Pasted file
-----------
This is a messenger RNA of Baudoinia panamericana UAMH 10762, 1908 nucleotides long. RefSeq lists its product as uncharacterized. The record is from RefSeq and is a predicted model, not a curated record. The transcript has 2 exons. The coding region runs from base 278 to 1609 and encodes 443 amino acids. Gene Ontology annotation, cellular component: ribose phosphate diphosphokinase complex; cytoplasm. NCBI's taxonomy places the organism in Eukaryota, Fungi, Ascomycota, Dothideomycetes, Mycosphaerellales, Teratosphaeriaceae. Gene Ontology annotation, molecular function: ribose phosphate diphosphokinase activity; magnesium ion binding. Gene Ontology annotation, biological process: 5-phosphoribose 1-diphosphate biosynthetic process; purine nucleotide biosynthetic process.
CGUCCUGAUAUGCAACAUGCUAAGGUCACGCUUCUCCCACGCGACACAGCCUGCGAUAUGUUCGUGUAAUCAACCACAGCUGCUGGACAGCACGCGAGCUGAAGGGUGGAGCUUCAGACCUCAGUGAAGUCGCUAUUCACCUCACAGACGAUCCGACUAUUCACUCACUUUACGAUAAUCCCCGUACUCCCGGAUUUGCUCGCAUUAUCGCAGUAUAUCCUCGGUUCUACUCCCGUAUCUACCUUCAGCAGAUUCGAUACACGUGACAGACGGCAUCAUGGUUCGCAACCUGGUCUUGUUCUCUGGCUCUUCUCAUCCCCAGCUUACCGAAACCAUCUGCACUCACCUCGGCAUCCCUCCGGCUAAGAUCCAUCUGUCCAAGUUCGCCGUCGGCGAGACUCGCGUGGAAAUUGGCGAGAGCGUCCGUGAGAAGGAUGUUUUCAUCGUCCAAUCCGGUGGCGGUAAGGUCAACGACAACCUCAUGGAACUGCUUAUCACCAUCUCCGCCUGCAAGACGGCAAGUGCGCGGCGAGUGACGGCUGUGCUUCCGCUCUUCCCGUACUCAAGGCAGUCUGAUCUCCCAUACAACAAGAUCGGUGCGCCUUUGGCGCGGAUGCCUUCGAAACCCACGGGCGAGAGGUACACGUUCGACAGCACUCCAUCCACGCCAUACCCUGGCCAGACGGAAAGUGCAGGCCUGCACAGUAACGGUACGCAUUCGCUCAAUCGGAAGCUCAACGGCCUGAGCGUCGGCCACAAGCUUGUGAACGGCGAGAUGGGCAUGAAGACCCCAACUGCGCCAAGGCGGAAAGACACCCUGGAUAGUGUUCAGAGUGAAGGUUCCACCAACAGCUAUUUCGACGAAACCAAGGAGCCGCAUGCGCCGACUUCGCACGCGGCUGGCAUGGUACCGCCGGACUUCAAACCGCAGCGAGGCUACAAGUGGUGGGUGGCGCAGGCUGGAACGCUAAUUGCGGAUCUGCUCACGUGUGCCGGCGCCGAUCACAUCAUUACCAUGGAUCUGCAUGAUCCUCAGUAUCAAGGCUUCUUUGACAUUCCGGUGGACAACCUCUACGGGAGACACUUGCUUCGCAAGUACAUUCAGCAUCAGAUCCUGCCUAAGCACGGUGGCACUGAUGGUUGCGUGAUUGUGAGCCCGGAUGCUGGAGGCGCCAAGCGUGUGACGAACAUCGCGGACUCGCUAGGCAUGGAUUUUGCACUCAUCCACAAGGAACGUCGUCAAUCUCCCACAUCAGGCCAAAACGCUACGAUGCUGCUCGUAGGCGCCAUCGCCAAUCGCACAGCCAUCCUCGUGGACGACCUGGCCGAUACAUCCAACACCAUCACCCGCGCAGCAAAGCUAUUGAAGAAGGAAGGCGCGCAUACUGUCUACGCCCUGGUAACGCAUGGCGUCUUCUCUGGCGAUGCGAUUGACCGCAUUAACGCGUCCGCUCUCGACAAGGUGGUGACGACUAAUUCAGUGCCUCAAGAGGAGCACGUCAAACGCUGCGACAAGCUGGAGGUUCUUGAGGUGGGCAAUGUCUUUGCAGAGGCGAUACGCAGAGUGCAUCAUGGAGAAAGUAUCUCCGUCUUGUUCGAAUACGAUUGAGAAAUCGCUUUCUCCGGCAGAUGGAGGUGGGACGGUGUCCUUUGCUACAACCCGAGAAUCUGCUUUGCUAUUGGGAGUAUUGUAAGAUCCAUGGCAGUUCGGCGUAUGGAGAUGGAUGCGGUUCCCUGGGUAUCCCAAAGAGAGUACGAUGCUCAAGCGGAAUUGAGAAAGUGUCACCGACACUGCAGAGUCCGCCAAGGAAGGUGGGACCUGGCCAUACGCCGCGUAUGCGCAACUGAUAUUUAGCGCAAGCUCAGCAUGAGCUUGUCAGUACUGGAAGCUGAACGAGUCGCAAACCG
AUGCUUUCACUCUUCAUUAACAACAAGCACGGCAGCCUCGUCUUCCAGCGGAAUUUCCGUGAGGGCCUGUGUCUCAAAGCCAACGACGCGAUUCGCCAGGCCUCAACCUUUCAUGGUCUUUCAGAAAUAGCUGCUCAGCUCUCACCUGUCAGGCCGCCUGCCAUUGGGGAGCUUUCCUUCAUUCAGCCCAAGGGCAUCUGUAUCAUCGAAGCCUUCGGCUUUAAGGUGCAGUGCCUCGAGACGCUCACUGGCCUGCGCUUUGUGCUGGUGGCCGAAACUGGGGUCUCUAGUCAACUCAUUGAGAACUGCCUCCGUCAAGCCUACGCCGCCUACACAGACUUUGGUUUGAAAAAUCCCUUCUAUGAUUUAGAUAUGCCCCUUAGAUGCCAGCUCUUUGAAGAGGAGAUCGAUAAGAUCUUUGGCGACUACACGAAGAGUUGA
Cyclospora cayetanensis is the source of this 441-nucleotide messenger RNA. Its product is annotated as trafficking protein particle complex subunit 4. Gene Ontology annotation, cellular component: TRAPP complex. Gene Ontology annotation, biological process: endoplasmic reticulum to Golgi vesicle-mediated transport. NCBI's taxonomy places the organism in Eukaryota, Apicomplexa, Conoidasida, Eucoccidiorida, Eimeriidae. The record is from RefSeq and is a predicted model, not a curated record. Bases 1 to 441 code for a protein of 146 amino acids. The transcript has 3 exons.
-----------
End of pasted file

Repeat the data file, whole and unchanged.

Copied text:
This is a messenger RNA of Baudoinia panamericana UAMH 10762, 1908 nucleotides long. RefSeq lists its product as uncharacterized. The record is from RefSeq and is a predicted model, not a curated record. The transcript has 2 exons. The coding region runs from base 278 to 1609 and encodes 443 amino acids. Gene Ontology annotation, cellular component: ribose phosphate diphosphokinase complex; cytoplasm. NCBI's taxonomy places the organism in Eukaryota, Fungi, Ascomycota, Dothideomycetes, Mycosphaerellales, Teratosphaeriaceae. Gene Ontology annotation, molecular function: ribose phosphate diphosphokinase activity; magnesium ion binding. Gene Ontology annotation, biological process: 5-phosphoribose 1-diphosphate biosynthetic process; purine nucleotide biosynthetic process.
CGUCCUGAUAUGCAACAUGCUAAGGUCACGCUUCUCCCACGCGACACAGCCUGCGAUAUGUUCGUGUAAUCAACCACAGCUGCUGGACAGCACGCGAGCUGAAGGGUGGAGCUUCAGACCUCAGUGAAGUCGCUAUUCACCUCACAGACGAUCCGACUAUUCACUCACUUUACGAUAAUCCCCGUACUCCCGGAUUUGCUCGCAUUAUCGCAGUAUAUCCUCGGUUCUACUCCCGUAUCUACCUUCAGCAGAUUCGAUACACGUGACAGACGGCAUCAUGGUUCGCAACCUGGUCUUGUUCUCUGGCUCUUCUCAUCCCCAGCUUACCGAAACCAUCUGCACUCACCUCGGCAUCCCUCCGGCUAAGAUCCAUCUGUCCAAGUUCGCCGUCGGCGAGACUCGCGUGGAAAUUGGCGAGAGCGUCCGUGAGAAGGAUGUUUUCAUCGUCCAAUCCGGUGGCGGUAAGGUCAACGACAACCUCAUGGAACUGCUUAUCACCAUCUCCGCCUGCAAGACGGCAAGUGCGCGGCGAGUGACGGCUGUGCUUCCGCUCUUCCCGUACUCAAGGCAGUCUGAUCUCCCAUACAACAAGAUCGGUGCGCCUUUGGCGCGGAUGCCUUCGAAACCCACGGGCGAGAGGUACACGUUCGACAGCACUCCAUCCACGCCAUACCCUGGCCAGACGGAAAGUGCAGGCCUGCACAGUAACGGUACGCAUUCGCUCAAUCGGAAGCUCAACGGCCUGAGCGUCGGCCACAAGCUUGUGAACGGCGAGAUGGGCAUGAAGACCCCAACUGCGCCAAGGCGGAAAGACACCCUGGAUAGUGUUCAGAGUGAAGGUUCCACCAACAGCUAUUUCGACGAAACCAAGGAGCCGCAUGCGCCGACUUCGCACGCGGCUGGCAUGGUACCGCCGGACUUCAAACCGCAGCGAGGCUACAAGUGGUGGGUGGCGCAGGCUGGAACGCUAAUUGCGGAUCUGCUCACGUGUGCCGGCGCCGAUCACAUCAUUACCAUGGAUCUGCAUGAUCCUCAGUAUCAAGGCUUCUUUGACAUUCCGGUGGACAACCUCUACGGGAGACACUUGCUUCGCAAGUACAUUCAGCAUCAGAUCCUGCCUAAGCACGGUGGCACUGAUGGUUGCGUGAUUGUGAGCCCGGAUGCUGGAGGCGCCAAGCGUGUGACGAACAUCGCGGACUCGCUAGGCAUGGAUUUUGCACUCAUCCACAAGGAACGUCGUCAAUCUCCCACAUCAGGCCAAAACGCUACGAUGCUGCUCGUAGGCGCCAUCGCCAAUCGCACAGCCAUCCUCGUGGACGACCUGGCCGAUACAUCCAACACCAUCACCCGCGCAGCAAAGCUAUUGAAGAAGGAAGGCGCGCAUACUGUCUACGCCCUGGUAACGCAUGGCGUCUUCUCUGGCGAUGCGAUUGACCGCAUUAACGCGUCCGCUCUCGACAAGGUGGUGACGACUAAUUCAGUGCCUCAAGAGGAGCACGUCAAACGCUGCGACAAGCUGGAGGUUCUUGAGGUGGGCAAUGUCUUUGCAGAGGCGAUACGCAGAGUGCAUCAUGGAGAAAGUAUCUCCGUCUUGUUCGAAUACGAUUGAGAAAUCGCUUUCUCCGGCAGAUGGAGGUGGGACGGUGUCCUUUGCUACAACCCGAGAAUCUGCUUUGCUAUUGGGAGUAUUGUAAGAUCCAUGGCAGUUCGGCGUAUGGAGAUGGAUGCGGUUCCCUGGGUAUCCCAAAGAGAGUACGAUGCUCAAGCGGAAUUGAGAAAGUGUCACCGACACUGCAGAGUCCGCCAAGGAAGGUGGGACCUGGCCAUACGCCGCGUAUGCGCAACUGAUAUUUAGCGCAAGCUCAGCAUGAGCUUGUCAGUACUGGAAGCUGAACGAGUCGCAAACCG
AUGCUUUCACUCUUCAUUAACAACAAGCACGGCAGCCUCGUCUUCCAGCGGAAUUUCCGUGAGGGCCUGUGUCUCAAAGCCAACGACGCGAUUCGCCAGGCCUCAACCUUUCAUGGUCUUUCAGAAAUAGCUGCUCAGCUCUCACCUGUCAGGCCGCCUGCCAUUGGGGAGCUUUCCUUCAUUCAGCCCAAGGGCAUCUGUAUCAUCGAAGCCUUCGGCUUUAAGGUGCAGUGCCUCGAGACGCUCACUGGCCUGCGCUUUGUGCUGGUGGCCGAAACUGGGGUCUCUAGUCAACUCAUUGAGAACUGCCUCCGUCAAGCCUACGCCGCCUACACAGACUUUGGUUUGAAAAAUCCCUUCUAUGAUUUAGAUAUGCCCCUUAGAUGCCAGCUCUUUGAAGAGGAGAUCGAUAAGAUCUUUGGCGACUACACGAAGAGUUGA
Cyclospora cayetanensis is the source of this 441-nucleotide messenger RNA. Its product is annotated as trafficking protein particle complex subunit 4. Gene Ontology annotation, cellular component: TRAPP complex. Gene Ontology annotation, biological process: endoplasmic reticulum to Golgi vesicle-mediated transport. NCBI's taxonomy places the organism in Eukaryota, Apicomplexa, Conoidasida, Eucoccidiorida, Eimeriidae. The record is from RefSeq and is a predicted model, not a curated record. Bases 1 to 441 code for a protein of 146 amino acids. The transcript has 3 exons.